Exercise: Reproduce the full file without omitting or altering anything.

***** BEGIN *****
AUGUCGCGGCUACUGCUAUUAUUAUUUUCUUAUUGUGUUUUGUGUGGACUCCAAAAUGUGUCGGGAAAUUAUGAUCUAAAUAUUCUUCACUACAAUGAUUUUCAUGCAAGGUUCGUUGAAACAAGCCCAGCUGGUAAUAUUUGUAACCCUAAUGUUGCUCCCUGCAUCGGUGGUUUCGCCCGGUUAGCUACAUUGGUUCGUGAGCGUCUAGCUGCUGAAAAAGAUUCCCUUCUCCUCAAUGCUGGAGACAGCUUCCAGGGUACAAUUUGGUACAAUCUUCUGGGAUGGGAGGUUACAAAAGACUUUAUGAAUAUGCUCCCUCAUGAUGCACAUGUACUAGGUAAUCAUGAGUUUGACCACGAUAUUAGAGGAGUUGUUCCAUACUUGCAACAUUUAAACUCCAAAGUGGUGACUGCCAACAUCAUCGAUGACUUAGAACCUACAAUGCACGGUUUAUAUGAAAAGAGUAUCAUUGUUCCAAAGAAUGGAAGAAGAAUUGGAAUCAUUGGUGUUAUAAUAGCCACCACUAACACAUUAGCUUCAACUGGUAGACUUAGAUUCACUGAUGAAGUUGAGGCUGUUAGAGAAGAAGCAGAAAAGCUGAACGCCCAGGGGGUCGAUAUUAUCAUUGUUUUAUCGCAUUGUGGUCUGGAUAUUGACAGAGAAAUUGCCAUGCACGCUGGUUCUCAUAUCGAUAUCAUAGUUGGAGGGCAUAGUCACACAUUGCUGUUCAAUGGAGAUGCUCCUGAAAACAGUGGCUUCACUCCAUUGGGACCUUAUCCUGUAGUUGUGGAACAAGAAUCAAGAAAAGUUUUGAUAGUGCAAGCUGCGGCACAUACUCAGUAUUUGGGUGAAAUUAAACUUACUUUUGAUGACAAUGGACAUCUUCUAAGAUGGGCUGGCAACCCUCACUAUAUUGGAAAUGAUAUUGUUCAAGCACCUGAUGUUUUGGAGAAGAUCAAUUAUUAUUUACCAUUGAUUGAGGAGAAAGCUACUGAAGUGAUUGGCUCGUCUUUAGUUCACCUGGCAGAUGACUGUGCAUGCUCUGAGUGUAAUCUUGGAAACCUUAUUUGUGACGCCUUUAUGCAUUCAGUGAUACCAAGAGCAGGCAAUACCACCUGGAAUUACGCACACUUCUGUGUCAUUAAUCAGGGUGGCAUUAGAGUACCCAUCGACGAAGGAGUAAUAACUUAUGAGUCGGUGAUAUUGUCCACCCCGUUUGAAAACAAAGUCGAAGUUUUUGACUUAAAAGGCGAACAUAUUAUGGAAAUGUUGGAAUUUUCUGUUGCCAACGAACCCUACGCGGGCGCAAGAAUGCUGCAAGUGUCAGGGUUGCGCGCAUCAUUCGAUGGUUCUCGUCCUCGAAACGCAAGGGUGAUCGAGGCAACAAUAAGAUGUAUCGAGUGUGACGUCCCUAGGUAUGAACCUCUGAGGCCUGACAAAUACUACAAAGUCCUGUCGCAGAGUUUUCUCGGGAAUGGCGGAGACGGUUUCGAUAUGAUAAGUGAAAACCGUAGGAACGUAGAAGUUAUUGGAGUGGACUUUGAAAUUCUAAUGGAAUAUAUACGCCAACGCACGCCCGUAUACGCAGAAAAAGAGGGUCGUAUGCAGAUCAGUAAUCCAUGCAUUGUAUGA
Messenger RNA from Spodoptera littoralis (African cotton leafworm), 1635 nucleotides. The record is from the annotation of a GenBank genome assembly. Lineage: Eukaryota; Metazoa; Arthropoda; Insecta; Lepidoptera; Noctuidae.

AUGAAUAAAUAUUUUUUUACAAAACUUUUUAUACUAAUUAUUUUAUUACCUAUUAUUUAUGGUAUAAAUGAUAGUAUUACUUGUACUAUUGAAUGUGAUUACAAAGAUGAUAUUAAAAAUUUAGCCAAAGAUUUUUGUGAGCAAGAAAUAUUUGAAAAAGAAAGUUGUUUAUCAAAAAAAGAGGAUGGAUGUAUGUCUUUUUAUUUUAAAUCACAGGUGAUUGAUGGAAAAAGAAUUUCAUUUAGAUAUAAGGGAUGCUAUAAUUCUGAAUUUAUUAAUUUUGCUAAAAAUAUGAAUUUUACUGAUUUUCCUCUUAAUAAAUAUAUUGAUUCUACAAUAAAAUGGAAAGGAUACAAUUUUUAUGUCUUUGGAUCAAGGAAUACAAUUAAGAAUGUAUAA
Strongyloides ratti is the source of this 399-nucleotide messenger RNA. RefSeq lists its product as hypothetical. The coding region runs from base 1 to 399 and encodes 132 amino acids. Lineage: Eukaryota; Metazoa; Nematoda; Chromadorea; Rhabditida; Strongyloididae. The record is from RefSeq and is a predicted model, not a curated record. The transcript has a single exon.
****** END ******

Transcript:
AUGUCGCGGCUACUGCUAUUAUUAUUUUCUUAUUGUGUUUUGUGUGGACUCCAAAAUGUGUCGGGAAAUUAUGAUCUAAAUAUUCUUCACUACAAUGAUUUUCAUGCAAGGUUCGUUGAAACAAGCCCAGCUGGUAAUAUUUGUAACCCUAAUGUUGCUCCCUGCAUCGGUGGUUUCGCCCGGUUAGCUACAUUGGUUCGUGAGCGUCUAGCUGCUGAAAAAGAUUCCCUUCUCCUCAAUGCUGGAGACAGCUUCCAGGGUACAAUUUGGUACAAUCUUCUGGGAUGGGAGGUUACAAAAGACUUUAUGAAUAUGCUCCCUCAUGAUGCACAUGUACUAGGUAAUCAUGAGUUUGACCACGAUAUUAGAGGAGUUGUUCCAUACUUGCAACAUUUAAACUCCAAAGUGGUGACUGCCAACAUCAUCGAUGACUUAGAACCUACAAUGCACGGUUUAUAUGAAAAGAGUAUCAUUGUUCCAAAGAAUGGAAGAAGAAUUGGAAUCAUUGGUGUUAUAAUAGCCACCACUAACACAUUAGCUUCAACUGGUAGACUUAGAUUCACUGAUGAAGUUGAGGCUGUUAGAGAAGAAGCAGAAAAGCUGAACGCCCAGGGGGUCGAUAUUAUCAUUGUUUUAUCGCAUUGUGGUCUGGAUAUUGACAGAGAAAUUGCCAUGCACGCUGGUUCUCAUAUCGAUAUCAUAGUUGGAGGGCAUAGUCACACAUUGCUGUUCAAUGGAGAUGCUCCUGAAAACAGUGGCUUCACUCCAUUGGGACCUUAUCCUGUAGUUGUGGAACAAGAAUCAAGAAAAGUUUUGAUAGUGCAAGCUGCGGCACAUACUCAGUAUUUGGGUGAAAUUAAACUUACUUUUGAUGACAAUGGACAUCUUCUAAGAUGGGCUGGCAACCCUCACUAUAUUGGAAAUGAUAUUGUUCAAGCACCUGAUGUUUUGGAGAAGAUCAAUUAUUAUUUACCAUUGAUUGAGGAGAAAGCUACUGAAGUGAUUGGCUCGUCUUUAGUUCACCUGGCAGAUGACUGUGCAUGCUCUGAGUGUAAUCUUGGAAACCUUAUUUGUGACGCCUUUAUGCAUUCAGUGAUACCAAGAGCAGGCAAUACCACCUGGAAUUACGCACACUUCUGUGUCAUUAAUCAGGGUGGCAUUAGAGUACCCAUCGACGAAGGAGUAAUAACUUAUGAGUCGGUGAUAUUGUCCACCCCGUUUGAAAACAAAGUCGAAGUUUUUGACUUAAAAGGCGAACAUAUUAUGGAAAUGUUGGAAUUUUCUGUUGCCAACGAACCCUACGCGGGCGCAAGAAUGCUGCAAGUGUCAGGGUUGCGCGCAUCAUUCGAUGGUUCUCGUCCUCGAAACGCAAGGGUGAUCGAGGCAACAAUAAGAUGUAUCGAGUGUGACGUCCCUAGGUAUGAACCUCUGAGGCCUGACAAAUACUACAAAGUCCUGUCGCAGAGUUUUCUCGGGAAUGGCGGAGACGGUUUCGAUAUGAUAAGUGAAAACCGUAGGAACGUAGAAGUUAUUGGAGUGGACUUUGAAAUUCUAAUGGAAUAUAUACGCCAACGCACGCCCGUAUACGCAGAAAAAGAGGGUCGUAUGCAGAUCAGUAAUCCAUGCAUUGUAUGA
Messenger RNA from Spodoptera littoralis (African cotton leafworm), 1635 nucleotides. The record is from the annotation of a GenBank genome assembly. Lineage: Eukaryota; Metazoa; Arthropoda; Insecta; Lepidoptera; Noctuidae.

AUGAAUAAAUAUUUUUUUACAAAACUUUUUAUACUAAUUAUUUUAUUACCUAUUAUUUAUGGUAUAAAUGAUAGUAUUACUUGUACUAUUGAAUGUGAUUACAAAGAUGAUAUUAAAAAUUUAGCCAAAGAUUUUUGUGAGCAAGAAAUAUUUGAAAAAGAAAGUUGUUUAUCAAAAAAAGAGGAUGGAUGUAUGUCUUUUUAUUUUAAAUCACAGGUGAUUGAUGGAAAAAGAAUUUCAUUUAGAUAUAAGGGAUGCUAUAAUUCUGAAUUUAUUAAUUUUGCUAAAAAUAUGAAUUUUACUGAUUUUCCUCUUAAUAAAUAUAUUGAUUCUACAAUAAAAUGGAAAGGAUACAAUUUUUAUGUCUUUGGAUCAAGGAAUACAAUUAAGAAUGUAUAA
Strongyloides ratti is the source of this 399-nucleotide messenger RNA. RefSeq lists its product as hypothetical. The coding region runs from base 1 to 399 and encodes 132 amino acids. Lineage: Eukaryota; Metazoa; Nematoda; Chromadorea; Rhabditida; Strongyloididae. The record is from RefSeq and is a predicted model, not a curated record. The transcript has a single exon.